Creative problem solving approach
Human-centered design (HCD) is a creative approach to problem-solving that starts with the people you’re designing for and ends with new solutions that are purpose-built to suit their needs and aspirations. It is based on putting all your assumptions aside, and truly listen and observe about people’s pain points or aspirations. You go beyond just noting what people say. You also try to dig deeper and understand how people feel, what they think and observe what they do.
HCD involves people in all stages of the design process to cultivate deep empathy with the people you’re designing for; generating new ideas; building a bunch of prototypes; sharing what you’ve made with the people you’re designing for; and eventually, putting your innovative new solution out in the world for testing and evaluating of the effectiveness of the outcome.
What HCD looks like in practice
To simplify, HCD is depicted as a linear process below. However, in practice, the process is carried out in a more flexible and non-linear fashion.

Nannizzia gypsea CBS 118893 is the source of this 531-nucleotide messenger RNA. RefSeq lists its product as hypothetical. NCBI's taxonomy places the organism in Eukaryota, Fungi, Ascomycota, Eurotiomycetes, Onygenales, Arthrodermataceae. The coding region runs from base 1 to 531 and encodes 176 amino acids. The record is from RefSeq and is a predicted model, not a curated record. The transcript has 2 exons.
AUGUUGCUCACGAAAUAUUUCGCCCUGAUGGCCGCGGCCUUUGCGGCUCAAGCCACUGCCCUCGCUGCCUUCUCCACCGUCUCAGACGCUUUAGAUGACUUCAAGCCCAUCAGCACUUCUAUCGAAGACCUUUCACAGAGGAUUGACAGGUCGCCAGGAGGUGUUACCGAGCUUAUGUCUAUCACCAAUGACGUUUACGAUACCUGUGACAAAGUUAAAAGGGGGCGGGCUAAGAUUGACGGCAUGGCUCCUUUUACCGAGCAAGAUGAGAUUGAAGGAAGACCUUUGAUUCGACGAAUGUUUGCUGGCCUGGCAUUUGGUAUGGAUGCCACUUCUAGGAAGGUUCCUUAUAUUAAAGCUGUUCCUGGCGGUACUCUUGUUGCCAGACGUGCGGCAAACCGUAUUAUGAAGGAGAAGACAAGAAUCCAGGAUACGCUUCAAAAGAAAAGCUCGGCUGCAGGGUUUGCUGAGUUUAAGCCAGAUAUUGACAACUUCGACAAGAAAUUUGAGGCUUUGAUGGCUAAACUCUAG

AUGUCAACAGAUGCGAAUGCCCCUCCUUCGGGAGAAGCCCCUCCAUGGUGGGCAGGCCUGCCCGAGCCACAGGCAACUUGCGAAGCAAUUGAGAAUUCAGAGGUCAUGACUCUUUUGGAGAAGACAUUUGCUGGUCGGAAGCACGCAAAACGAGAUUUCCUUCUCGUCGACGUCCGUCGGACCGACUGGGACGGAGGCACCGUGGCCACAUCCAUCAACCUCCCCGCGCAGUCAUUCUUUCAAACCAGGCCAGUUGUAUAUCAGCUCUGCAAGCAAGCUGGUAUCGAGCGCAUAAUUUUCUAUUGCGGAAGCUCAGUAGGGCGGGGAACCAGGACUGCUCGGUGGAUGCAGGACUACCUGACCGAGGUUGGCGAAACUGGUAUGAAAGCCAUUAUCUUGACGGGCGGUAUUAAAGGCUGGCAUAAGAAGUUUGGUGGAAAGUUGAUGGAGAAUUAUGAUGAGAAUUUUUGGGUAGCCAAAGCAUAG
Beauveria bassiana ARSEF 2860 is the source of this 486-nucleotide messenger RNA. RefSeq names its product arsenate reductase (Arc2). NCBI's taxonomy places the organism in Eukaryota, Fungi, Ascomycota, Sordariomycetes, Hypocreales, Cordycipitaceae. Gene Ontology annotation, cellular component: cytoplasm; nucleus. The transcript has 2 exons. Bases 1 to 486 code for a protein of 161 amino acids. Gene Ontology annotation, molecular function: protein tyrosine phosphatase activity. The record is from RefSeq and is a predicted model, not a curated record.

The define mode is when you unpack your findings from the empathise phase and translate them into user/stakeholder insights. These user insights are analysed to identify various patterns (behavioural, contextual, etc.) and to plot opportunity hotspots from which solution directions can be derived.
Based on your understanding about the users/user segments and their contexts, you can now refine the initial problem hypothesis by reframing it into an actionable statement known as ‘Design Challenge’.
The design challenge statement is a unique design vision that is framed from the perspective of a specific user/user segment. It clearly defines the specific problem of the target user/user segment that you will be addressing in the project. It will guide the entire project team from here on out, by providing a specific goal to focus on and by firmly placing the user/user segment at the center of the design process. Hence, a good design challenge statement will always be human-centric, broad enough to encourage creativity and yet specific enough to provide guidance and direction.